Chip and Joanna Gaines on Friday continued their buying spree of historic properties with the purchase of the 151-year-old Fort House from Historic Waco Foundation.
The founders of the Magnolia TV and retail empire have not disclosed their plans for the house museum at 503 S. Fourth St., two blocks from their flagship Magnolia Market at the Silos.
But Magnolia spokesman John Marsicano said the Gaineses intend to “maintain the home in a way that carefully honors and thoughtfully celebrates its heritage.”
“Fort House is a cornerstone of this city, and we intend to keep it that way for years to come,” Marsicano said in a statement Friday.
Historic Waco Foundation director Jill Barrow declined to disclose the sale price of the historic home, but she said the proceeds would strengthen the nonprofit’s endowment and further its mission of education and preservation. The sale will help the organization repair and maintain its other four historic homes, among other goals, she said.
“This has not been an easy decision,” she said. “It’s a part of Waco’s history. But we have worked extremely closely with Magnolia, and we have put a ton of deed restrictions on it. It’s going to look very much like it is now. Magnolia has bought into maintaining the historical integrity of the house.”
The Fort House has a state historic marker, and major changes to the house’s appearance would require approval by the Texas Historical Commission.
The Gaineses, who gained fame as hosts of HGTV’s hit “Fixer Upper” series from 2014 to 2018, have continued to invest in Waco real estate. In addition to the silo complex and two historic homes operated as vacation rentals, Magnolia-related companies have bought the former Grand Karem Shrine building at 701 Washington Ave. from McLennan County. Last month, they purchased a building near the Silos for a coffee shop, and historic castle on Austin Avenue, which also has a historical marker.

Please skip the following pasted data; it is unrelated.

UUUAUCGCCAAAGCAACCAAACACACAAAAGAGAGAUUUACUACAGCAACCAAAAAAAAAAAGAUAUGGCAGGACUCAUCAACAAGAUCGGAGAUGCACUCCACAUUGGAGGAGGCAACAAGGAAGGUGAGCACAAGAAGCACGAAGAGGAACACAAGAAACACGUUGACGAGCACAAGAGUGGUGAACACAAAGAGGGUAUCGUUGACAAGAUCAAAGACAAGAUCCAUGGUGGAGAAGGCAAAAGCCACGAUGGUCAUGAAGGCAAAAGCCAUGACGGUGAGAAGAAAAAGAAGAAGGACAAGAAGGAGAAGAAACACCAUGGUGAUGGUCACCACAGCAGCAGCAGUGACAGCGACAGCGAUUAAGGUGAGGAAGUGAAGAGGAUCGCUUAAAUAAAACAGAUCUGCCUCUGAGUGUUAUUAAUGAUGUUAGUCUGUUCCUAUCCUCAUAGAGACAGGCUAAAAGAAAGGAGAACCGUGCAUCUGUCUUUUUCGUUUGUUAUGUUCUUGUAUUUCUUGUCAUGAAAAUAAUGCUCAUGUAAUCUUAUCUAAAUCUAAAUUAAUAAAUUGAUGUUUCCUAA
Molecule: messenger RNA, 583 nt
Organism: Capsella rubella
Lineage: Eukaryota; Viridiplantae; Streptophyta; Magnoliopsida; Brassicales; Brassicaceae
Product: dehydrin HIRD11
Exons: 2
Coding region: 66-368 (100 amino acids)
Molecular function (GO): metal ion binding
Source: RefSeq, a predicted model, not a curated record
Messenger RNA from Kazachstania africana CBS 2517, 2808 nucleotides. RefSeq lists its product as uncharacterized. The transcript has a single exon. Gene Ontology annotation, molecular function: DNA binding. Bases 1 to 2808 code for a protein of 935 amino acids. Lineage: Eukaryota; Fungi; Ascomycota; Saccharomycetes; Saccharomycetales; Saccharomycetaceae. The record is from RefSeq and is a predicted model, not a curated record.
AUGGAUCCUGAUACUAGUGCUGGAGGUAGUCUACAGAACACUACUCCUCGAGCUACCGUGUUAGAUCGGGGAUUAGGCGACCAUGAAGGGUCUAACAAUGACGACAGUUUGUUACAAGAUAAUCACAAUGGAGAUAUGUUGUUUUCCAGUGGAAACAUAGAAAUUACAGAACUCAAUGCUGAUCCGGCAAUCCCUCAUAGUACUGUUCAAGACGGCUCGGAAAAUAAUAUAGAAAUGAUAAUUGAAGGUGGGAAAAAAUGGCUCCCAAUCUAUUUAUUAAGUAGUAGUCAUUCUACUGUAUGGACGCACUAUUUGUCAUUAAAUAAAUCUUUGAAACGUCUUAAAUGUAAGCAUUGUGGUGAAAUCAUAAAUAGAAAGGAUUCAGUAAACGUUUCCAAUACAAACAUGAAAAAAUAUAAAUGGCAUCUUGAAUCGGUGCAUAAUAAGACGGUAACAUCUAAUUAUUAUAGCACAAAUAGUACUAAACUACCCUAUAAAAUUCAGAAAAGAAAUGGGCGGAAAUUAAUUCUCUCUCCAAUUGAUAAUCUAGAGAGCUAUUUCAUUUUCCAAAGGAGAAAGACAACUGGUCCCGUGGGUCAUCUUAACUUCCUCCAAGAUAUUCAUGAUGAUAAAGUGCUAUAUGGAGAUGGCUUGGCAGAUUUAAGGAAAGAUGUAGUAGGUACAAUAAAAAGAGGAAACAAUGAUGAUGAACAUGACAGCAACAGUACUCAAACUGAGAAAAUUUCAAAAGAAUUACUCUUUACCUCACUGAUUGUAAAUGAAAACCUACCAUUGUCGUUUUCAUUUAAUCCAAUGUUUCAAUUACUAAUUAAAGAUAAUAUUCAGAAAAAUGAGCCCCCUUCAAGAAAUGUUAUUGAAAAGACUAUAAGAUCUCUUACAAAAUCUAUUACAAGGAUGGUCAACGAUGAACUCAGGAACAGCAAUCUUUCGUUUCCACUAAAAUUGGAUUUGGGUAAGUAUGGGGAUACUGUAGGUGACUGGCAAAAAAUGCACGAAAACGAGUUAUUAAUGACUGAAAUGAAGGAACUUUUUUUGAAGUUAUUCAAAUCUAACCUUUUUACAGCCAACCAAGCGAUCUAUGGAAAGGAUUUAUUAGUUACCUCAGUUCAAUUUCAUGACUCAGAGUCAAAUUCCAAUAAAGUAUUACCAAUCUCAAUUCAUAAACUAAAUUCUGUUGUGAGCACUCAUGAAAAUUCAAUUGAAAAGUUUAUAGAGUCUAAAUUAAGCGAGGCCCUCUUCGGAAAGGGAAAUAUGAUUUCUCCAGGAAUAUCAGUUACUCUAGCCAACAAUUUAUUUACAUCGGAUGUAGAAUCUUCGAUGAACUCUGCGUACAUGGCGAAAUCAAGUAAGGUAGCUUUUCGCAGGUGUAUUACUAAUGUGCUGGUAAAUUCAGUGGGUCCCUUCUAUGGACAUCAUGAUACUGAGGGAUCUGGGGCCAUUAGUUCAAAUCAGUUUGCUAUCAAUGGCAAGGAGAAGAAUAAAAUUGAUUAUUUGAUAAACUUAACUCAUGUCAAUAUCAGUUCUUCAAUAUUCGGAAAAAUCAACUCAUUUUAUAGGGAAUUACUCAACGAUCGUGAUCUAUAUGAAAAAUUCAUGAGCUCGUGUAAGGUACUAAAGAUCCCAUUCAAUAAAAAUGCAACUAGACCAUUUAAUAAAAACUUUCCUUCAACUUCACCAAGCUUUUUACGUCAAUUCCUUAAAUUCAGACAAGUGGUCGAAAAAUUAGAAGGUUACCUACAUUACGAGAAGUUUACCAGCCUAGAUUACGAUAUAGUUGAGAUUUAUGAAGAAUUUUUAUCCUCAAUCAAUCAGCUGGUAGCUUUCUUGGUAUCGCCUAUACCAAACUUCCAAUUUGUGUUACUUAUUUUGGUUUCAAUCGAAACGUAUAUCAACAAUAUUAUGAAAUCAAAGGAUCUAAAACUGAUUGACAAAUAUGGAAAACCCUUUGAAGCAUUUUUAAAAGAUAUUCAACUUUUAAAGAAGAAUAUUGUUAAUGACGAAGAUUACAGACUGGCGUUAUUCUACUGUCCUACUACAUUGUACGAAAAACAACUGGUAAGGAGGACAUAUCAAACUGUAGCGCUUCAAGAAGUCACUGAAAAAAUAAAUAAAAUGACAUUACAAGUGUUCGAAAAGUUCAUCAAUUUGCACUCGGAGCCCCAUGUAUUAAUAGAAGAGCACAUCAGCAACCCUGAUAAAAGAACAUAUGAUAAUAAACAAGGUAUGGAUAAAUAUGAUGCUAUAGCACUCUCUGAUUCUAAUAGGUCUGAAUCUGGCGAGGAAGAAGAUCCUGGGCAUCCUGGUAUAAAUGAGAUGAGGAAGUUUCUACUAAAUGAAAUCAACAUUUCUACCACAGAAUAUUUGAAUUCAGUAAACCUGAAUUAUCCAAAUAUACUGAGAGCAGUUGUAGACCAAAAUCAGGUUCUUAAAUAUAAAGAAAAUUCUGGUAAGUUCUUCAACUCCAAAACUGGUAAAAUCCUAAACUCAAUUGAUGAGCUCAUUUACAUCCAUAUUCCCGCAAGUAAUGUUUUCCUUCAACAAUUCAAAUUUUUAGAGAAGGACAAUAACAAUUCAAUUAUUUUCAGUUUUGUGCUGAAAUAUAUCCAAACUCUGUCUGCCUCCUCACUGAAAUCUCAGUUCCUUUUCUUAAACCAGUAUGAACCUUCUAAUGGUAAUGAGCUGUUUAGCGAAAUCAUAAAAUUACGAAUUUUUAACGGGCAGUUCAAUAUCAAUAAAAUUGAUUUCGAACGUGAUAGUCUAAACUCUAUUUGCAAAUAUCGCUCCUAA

The Fort House is by far the oldest structure the Gaineses have bought. William Fort, a prominent planter and businessman from Alabama, built the house with his wife, Dionita, in 1868, just after the Civil War. The two-story house was built in the Greek Revival style using local brick and cypress columns hauled here from New Orleans by boat and oxcart. The house originally stood on a six-acre site that was reduced to its current corner lot as Waco grew, according to an article from Baylor University’s wacohistory.org website.
William Fort, who had come to the area in 1854 with a caravan that included slaves for the cotton plantation south of town, prospered after the Civil War, becoming president of Waco National Bank and owner of the city’s first transit system. After Dionitia Fort died in 1910, the house passed to a series of owners who rented it out. It was in decline when the Junior League bought it in 1956 and hired a firm to restore it as the organization’s headquarters. But the Junior League soon decided to deed the house to the Waco Society for Historic Preservation, now Historic Waco Foundation. The house won a historic marker in 1970.
The foundation has long operated the Fort House as a museum, along with three other house museums, with recent exhibits on black history, baseball and other topics. However, in the past year it has been closed for repairs after a tree fell on the house, Barrow said.
In the meantime, Historic Waco Foundation officials have held community meetings to develop a strategic plan for the organization to make it more relevant to a broader audience.
“One of the overwhelming messages was that ‘You have too many old houses that tell the same story, and you need to sell off some of the homes,’ ” she said. “The sale of the house is going along with what the community was telling us to do.”